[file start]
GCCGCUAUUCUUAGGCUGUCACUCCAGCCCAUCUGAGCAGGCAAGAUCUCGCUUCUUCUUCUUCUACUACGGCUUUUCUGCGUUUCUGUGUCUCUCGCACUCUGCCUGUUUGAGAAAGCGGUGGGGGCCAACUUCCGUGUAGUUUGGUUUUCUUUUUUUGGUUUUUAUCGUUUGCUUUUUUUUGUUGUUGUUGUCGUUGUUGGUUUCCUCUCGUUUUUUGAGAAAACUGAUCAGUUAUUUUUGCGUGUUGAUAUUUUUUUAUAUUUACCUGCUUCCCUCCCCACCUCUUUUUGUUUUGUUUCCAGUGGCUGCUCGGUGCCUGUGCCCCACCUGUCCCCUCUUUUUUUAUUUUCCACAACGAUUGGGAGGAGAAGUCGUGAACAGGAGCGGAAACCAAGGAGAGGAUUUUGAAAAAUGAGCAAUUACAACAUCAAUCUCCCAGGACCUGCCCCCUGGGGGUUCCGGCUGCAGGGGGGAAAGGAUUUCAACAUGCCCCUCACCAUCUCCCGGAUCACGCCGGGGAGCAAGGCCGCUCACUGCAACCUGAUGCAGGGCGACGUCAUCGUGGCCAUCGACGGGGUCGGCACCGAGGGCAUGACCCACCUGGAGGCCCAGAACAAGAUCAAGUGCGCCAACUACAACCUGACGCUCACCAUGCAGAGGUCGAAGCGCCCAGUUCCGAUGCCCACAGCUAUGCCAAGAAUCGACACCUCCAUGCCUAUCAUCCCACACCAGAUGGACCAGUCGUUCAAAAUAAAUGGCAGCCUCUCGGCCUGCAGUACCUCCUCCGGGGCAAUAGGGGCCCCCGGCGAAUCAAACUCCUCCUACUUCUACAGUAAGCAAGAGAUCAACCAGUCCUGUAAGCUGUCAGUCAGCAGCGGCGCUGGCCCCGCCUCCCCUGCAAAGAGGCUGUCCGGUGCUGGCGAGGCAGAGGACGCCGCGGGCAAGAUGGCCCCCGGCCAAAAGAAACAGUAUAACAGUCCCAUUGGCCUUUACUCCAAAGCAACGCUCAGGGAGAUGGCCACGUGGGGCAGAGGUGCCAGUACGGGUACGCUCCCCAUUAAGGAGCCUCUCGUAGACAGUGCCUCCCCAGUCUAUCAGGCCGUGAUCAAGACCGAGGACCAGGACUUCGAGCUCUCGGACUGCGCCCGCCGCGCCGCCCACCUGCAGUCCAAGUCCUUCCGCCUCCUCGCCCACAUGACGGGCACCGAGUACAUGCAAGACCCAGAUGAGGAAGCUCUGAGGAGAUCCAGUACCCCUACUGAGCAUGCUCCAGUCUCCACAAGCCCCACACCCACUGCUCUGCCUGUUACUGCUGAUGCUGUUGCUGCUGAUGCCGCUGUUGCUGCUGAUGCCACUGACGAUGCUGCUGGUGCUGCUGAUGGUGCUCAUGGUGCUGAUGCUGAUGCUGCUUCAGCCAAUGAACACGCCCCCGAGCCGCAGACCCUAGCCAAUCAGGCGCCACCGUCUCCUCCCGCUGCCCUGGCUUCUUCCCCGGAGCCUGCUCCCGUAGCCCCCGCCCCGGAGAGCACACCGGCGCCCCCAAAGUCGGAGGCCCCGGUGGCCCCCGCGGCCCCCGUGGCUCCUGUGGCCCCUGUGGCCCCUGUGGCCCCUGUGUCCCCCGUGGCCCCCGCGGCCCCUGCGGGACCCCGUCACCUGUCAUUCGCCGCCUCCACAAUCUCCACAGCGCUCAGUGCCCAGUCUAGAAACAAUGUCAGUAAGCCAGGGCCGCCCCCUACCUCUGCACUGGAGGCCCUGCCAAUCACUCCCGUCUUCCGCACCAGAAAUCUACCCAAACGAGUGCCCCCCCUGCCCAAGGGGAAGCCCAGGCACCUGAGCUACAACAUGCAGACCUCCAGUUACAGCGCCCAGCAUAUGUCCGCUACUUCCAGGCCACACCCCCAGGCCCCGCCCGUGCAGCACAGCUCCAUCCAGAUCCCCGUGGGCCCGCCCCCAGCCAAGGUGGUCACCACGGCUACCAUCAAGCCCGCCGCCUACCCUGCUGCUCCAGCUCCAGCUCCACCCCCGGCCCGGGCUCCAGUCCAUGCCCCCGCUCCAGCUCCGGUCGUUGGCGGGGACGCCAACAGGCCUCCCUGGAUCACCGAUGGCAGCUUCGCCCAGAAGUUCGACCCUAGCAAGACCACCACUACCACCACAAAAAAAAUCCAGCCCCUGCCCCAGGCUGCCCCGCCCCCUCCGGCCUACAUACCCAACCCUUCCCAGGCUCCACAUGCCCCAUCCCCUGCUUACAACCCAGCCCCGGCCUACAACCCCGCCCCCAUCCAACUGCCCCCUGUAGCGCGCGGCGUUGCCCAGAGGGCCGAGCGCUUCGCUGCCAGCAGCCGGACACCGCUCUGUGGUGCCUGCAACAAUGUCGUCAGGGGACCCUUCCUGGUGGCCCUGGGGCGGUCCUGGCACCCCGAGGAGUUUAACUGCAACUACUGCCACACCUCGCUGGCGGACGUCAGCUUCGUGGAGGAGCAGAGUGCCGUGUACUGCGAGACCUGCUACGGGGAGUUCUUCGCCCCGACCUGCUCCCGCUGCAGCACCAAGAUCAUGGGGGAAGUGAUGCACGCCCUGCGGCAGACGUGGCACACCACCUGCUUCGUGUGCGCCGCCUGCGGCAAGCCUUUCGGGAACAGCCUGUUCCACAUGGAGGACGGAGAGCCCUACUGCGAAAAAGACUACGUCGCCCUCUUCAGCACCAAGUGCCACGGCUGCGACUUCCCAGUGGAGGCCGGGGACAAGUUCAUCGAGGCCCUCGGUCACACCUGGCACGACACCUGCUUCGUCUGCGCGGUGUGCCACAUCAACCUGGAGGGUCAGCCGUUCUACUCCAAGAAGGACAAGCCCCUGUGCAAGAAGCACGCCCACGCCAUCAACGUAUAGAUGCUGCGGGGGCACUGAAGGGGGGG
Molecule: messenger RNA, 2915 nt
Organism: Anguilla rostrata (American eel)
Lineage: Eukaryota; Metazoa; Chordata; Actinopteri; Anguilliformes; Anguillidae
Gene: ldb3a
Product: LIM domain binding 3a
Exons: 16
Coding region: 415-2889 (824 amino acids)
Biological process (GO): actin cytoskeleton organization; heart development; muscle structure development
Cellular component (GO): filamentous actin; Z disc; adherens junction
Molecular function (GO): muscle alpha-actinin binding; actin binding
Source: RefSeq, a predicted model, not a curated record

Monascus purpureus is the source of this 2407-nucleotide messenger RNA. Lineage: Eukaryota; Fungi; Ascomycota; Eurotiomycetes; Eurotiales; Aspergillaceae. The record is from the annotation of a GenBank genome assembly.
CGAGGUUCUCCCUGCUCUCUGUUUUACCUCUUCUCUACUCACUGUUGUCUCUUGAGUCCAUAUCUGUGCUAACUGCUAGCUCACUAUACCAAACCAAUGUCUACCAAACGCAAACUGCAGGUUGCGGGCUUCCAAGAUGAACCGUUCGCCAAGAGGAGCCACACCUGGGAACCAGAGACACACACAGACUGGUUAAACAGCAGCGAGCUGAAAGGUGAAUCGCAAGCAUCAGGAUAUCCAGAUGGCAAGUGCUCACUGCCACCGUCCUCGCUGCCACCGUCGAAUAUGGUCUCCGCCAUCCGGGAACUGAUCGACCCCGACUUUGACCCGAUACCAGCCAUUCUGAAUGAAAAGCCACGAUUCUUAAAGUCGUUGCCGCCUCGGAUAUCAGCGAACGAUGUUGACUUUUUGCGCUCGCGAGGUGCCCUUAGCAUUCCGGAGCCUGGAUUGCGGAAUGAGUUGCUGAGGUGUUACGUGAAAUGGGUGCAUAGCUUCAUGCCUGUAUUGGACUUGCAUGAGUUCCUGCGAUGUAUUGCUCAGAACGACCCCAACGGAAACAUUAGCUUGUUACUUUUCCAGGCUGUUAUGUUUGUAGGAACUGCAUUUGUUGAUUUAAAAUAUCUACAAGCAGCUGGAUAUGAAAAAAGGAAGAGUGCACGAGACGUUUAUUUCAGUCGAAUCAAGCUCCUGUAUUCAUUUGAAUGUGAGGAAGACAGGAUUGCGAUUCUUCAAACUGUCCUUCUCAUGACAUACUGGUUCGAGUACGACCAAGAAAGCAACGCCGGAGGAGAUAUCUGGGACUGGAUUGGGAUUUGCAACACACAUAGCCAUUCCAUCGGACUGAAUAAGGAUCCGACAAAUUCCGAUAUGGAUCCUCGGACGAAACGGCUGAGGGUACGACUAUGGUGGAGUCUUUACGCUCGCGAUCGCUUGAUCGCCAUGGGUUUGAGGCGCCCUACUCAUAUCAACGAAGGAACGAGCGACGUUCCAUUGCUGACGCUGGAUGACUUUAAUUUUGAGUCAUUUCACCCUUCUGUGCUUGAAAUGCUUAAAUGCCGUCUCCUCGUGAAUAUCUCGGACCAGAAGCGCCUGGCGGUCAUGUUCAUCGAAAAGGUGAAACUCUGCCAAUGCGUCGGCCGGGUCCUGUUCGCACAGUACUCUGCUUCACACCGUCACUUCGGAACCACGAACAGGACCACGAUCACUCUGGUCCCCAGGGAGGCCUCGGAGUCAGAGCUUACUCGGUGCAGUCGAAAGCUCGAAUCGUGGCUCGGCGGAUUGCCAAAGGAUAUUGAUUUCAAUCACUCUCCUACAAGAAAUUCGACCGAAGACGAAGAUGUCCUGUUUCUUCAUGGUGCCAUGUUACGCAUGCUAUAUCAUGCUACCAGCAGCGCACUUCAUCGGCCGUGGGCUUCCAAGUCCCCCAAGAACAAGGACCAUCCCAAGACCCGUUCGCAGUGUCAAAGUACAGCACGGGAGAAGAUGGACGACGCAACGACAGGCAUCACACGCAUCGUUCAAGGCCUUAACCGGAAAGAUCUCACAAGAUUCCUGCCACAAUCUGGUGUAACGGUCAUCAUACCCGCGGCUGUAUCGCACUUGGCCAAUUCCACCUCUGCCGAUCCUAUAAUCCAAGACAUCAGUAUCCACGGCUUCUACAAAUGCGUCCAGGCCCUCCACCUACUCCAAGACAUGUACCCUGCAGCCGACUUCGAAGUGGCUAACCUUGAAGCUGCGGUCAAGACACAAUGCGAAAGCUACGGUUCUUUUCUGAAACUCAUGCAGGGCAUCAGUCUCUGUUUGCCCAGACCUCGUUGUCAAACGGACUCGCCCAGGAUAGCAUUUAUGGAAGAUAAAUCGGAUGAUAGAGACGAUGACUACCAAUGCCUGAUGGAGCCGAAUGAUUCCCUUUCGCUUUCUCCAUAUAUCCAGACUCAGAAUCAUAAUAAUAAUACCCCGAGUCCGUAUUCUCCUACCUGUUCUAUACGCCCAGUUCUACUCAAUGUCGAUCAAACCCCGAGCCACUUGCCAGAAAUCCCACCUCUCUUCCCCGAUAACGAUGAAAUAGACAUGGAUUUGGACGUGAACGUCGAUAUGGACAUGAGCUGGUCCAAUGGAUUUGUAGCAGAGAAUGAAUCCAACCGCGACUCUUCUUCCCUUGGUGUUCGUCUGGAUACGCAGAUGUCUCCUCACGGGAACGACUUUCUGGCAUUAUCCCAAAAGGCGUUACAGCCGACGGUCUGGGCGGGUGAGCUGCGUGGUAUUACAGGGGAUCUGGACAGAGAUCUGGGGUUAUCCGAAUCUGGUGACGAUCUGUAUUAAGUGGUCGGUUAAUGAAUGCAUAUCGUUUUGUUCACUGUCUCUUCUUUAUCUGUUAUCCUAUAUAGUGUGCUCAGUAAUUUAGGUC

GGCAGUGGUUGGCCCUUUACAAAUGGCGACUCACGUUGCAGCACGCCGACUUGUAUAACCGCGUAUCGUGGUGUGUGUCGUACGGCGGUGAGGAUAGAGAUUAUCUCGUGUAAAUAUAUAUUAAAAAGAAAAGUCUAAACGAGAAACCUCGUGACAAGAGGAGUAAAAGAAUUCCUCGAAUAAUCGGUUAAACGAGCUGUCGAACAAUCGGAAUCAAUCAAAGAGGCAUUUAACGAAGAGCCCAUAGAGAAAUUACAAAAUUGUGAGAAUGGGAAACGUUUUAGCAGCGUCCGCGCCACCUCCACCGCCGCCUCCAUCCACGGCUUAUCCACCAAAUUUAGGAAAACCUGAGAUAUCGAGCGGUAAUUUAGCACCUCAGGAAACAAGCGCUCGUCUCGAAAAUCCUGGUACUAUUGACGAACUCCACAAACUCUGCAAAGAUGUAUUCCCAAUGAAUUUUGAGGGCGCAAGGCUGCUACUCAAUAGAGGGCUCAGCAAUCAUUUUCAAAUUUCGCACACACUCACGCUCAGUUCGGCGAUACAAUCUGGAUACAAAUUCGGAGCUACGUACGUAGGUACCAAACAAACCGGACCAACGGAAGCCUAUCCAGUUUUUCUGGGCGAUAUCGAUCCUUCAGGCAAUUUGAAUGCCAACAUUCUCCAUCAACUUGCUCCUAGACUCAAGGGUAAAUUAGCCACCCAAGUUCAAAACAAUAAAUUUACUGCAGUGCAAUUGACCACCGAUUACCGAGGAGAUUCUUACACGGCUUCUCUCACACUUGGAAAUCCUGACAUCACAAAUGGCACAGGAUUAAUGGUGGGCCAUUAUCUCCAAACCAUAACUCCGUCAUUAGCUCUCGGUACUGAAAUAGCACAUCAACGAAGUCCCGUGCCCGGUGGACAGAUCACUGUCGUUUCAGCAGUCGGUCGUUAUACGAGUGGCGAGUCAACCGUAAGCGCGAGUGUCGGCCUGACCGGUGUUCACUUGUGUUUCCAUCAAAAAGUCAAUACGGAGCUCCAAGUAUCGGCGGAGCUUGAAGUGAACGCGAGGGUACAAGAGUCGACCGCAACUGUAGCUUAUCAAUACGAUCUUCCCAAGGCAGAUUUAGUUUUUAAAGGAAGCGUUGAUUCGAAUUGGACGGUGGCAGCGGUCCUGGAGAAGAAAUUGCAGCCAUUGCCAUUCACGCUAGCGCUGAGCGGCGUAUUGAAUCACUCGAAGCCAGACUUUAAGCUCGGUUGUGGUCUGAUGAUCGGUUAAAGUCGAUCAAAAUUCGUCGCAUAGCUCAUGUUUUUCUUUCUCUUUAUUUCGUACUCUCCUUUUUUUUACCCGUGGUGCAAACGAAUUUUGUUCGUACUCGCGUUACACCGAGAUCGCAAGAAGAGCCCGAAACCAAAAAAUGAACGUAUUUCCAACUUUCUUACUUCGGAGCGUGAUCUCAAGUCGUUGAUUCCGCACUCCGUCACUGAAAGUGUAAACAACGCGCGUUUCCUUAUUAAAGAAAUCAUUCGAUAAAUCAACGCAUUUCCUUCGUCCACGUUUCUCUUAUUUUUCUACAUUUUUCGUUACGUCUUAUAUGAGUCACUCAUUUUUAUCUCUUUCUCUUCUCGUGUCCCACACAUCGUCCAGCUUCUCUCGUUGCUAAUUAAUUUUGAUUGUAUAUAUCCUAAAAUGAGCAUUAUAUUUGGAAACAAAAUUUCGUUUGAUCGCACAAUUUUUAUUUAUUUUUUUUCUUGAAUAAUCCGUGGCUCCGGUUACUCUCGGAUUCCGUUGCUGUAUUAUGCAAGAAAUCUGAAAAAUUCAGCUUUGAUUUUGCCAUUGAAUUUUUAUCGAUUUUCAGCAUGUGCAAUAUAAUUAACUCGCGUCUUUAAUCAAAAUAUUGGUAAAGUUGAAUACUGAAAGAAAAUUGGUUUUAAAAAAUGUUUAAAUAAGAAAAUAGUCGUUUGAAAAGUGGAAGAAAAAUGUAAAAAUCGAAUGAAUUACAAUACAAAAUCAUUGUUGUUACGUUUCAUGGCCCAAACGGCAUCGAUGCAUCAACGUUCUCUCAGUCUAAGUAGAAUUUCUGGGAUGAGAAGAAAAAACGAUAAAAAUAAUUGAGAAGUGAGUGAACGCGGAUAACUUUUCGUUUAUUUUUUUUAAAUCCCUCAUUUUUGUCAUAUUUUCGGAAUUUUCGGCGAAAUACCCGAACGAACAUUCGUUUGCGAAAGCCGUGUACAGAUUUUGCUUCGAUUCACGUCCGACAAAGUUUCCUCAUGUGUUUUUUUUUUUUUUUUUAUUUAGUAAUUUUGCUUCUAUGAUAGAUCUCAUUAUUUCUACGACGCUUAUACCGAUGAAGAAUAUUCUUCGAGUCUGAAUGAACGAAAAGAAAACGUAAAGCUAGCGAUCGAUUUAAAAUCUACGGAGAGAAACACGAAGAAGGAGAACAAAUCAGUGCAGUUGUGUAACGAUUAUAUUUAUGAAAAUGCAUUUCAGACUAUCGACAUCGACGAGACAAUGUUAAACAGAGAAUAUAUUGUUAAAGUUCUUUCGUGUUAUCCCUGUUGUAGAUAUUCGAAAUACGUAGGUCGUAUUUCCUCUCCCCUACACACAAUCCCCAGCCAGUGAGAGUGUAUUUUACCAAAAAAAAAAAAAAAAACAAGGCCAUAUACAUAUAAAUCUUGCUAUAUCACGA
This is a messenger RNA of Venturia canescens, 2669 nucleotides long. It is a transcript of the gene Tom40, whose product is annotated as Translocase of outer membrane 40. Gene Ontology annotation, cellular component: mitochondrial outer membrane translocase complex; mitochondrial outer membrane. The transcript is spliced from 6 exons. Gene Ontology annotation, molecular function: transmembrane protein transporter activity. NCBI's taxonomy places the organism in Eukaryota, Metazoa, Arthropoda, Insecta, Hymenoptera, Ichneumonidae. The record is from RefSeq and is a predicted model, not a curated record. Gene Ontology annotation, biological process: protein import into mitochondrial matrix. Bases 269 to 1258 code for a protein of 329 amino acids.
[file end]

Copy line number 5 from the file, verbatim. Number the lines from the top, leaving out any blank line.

Gene: ldb3a